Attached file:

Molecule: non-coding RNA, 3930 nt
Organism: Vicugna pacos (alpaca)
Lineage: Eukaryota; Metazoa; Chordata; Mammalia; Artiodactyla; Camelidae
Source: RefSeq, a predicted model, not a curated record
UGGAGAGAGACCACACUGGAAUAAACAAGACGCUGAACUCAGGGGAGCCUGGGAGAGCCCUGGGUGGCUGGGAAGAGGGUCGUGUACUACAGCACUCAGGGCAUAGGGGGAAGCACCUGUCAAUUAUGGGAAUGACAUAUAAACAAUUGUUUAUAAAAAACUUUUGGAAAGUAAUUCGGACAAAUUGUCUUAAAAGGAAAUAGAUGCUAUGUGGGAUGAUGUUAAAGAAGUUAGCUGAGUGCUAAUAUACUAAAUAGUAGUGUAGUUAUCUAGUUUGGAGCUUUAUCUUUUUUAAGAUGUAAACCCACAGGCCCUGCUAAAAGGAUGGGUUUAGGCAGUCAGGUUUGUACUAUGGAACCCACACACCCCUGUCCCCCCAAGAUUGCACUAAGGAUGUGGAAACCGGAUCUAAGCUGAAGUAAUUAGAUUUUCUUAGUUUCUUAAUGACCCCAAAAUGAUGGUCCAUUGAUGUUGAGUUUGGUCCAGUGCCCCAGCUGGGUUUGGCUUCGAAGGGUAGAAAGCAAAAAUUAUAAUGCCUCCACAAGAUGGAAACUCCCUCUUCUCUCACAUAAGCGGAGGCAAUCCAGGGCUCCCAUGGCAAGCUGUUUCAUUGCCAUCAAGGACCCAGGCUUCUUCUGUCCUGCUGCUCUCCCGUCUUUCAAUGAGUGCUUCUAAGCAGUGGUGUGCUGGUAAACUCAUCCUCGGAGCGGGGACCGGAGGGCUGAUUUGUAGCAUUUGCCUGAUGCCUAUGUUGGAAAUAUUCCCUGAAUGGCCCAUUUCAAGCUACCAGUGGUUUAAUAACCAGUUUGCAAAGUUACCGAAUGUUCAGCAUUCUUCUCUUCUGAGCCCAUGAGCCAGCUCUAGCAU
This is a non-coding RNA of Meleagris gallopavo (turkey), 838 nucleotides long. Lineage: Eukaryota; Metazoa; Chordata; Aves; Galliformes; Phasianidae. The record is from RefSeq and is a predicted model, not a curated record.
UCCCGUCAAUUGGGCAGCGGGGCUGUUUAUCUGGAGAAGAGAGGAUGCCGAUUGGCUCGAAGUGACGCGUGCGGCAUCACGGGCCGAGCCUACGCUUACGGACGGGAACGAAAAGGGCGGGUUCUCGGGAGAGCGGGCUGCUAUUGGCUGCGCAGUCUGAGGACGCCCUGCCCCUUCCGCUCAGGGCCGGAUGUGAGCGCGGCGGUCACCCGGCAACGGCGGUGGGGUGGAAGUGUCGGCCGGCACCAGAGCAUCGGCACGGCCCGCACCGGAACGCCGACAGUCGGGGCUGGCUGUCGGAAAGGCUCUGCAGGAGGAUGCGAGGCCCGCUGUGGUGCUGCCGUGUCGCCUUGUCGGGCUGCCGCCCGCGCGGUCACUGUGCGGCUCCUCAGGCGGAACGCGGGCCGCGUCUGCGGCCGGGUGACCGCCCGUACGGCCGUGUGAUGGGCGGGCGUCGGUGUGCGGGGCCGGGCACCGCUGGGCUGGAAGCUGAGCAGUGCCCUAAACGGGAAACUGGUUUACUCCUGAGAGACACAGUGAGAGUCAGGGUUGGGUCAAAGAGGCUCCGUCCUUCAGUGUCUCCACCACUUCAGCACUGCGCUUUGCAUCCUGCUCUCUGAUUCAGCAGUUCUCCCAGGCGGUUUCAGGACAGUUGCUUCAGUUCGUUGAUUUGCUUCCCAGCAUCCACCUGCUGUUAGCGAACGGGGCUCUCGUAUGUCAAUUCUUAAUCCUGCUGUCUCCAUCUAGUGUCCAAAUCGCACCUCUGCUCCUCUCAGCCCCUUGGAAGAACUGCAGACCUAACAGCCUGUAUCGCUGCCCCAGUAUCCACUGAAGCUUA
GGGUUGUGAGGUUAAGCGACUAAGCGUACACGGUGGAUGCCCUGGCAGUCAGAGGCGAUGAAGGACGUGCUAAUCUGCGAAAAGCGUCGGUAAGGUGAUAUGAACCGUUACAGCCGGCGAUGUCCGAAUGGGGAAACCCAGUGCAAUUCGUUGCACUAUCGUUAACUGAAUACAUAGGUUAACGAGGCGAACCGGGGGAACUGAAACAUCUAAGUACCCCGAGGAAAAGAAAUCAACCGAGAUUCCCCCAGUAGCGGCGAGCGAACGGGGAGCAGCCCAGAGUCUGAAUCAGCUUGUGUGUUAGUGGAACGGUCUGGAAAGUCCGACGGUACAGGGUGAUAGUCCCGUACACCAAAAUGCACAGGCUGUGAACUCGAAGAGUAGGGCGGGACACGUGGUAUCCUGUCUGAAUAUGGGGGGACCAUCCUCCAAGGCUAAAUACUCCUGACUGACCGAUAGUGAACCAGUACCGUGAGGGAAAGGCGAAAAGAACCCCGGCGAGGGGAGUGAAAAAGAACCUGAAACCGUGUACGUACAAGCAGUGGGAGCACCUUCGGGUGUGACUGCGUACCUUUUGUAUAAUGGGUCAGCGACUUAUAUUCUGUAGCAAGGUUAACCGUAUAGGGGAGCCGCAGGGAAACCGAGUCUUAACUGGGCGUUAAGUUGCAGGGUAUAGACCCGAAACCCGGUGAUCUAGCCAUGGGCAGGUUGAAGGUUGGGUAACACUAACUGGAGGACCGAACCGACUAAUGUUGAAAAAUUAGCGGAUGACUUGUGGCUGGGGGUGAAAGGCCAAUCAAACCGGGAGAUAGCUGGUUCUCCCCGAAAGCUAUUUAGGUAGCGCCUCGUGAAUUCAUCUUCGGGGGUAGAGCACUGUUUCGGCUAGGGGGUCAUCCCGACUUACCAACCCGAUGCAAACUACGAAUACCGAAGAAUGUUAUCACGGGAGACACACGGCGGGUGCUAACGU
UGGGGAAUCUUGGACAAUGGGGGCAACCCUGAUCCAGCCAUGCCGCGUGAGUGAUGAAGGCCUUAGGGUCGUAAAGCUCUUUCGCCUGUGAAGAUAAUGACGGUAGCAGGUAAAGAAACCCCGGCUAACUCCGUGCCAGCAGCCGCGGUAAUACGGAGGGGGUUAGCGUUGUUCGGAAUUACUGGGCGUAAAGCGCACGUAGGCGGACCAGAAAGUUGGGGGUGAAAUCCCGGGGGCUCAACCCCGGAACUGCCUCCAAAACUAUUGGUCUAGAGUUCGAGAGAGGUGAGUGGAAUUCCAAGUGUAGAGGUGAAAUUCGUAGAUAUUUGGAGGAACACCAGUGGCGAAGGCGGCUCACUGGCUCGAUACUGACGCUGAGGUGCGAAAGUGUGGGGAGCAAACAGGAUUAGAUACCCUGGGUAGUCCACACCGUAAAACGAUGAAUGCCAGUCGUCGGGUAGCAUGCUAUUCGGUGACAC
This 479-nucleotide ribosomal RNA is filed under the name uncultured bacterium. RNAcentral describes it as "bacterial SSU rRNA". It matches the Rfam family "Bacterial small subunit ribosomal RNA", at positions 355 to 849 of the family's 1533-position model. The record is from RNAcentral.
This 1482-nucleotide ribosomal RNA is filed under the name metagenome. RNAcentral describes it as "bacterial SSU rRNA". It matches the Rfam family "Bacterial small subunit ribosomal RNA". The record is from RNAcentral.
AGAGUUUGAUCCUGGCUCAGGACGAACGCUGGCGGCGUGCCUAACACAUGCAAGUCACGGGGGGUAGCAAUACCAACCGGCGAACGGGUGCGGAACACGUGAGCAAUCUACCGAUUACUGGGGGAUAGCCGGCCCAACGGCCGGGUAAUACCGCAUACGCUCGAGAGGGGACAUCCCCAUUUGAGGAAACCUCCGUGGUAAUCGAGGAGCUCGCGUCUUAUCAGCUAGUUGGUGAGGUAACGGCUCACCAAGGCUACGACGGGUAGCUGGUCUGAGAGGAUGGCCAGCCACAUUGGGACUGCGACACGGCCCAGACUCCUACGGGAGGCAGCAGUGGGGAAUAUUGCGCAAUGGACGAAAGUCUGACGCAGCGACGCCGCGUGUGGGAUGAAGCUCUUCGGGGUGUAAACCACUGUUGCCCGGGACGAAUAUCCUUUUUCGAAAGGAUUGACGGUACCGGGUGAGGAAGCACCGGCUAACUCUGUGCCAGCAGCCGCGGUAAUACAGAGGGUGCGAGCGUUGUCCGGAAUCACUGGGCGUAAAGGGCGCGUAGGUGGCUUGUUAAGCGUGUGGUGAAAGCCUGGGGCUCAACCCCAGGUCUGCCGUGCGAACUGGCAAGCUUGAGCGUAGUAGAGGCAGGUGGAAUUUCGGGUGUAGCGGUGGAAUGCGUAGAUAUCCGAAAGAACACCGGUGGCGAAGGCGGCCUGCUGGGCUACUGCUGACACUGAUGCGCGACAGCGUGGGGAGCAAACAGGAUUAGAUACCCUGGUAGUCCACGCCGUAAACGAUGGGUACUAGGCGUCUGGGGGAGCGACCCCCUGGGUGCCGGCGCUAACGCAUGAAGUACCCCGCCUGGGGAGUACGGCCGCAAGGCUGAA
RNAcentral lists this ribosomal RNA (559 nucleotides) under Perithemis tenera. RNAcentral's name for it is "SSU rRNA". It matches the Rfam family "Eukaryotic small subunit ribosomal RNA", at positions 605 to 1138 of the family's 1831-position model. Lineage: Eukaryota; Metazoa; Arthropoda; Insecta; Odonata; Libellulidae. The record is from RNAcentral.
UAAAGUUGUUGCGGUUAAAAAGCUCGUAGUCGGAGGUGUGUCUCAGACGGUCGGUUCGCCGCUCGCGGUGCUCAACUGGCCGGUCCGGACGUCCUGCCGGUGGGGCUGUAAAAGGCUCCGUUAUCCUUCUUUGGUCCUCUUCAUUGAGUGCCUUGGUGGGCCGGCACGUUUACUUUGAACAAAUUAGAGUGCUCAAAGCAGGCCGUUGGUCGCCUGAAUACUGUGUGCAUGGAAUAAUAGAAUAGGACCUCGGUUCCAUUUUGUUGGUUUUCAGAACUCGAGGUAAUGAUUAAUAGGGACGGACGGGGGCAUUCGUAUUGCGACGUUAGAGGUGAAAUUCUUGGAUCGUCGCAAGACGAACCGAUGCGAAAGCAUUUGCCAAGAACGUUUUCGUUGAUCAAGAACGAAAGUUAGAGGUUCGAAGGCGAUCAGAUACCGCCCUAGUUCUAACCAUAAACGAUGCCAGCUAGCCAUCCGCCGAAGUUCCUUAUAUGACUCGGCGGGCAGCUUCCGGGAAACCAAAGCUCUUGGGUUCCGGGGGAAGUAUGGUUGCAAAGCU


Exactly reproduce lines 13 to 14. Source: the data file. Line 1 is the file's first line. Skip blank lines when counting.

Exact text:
RNAcentral lists this ribosomal RNA (559 nucleotides) under Perithemis tenera. RNAcentral's name for it is "SSU rRNA". It matches the Rfam family "Eukaryotic small subunit ribosomal RNA", at positions 605 to 1138 of the family's 1831-position model. Lineage: Eukaryota; Metazoa; Arthropoda; Insecta; Odonata; Libellulidae. The record is from RNAcentral.
UAAAGUUGUUGCGGUUAAAAAGCUCGUAGUCGGAGGUGUGUCUCAGACGGUCGGUUCGCCGCUCGCGGUGCUCAACUGGCCGGUCCGGACGUCCUGCCGGUGGGGCUGUAAAAGGCUCCGUUAUCCUUCUUUGGUCCUCUUCAUUGAGUGCCUUGGUGGGCCGGCACGUUUACUUUGAACAAAUUAGAGUGCUCAAAGCAGGCCGUUGGUCGCCUGAAUACUGUGUGCAUGGAAUAAUAGAAUAGGACCUCGGUUCCAUUUUGUUGGUUUUCAGAACUCGAGGUAAUGAUUAAUAGGGACGGACGGGGGCAUUCGUAUUGCGACGUUAGAGGUGAAAUUCUUGGAUCGUCGCAAGACGAACCGAUGCGAAAGCAUUUGCCAAGAACGUUUUCGUUGAUCAAGAACGAAAGUUAGAGGUUCGAAGGCGAUCAGAUACCGCCCUAGUUCUAACCAUAAACGAUGCCAGCUAGCCAUCCGCCGAAGUUCCUUAUAUGACUCGGCGGGCAGCUUCCGGGAAACCAAAGCUCUUGGGUUCCGGGGGAAGUAUGGUUGCAAAGCU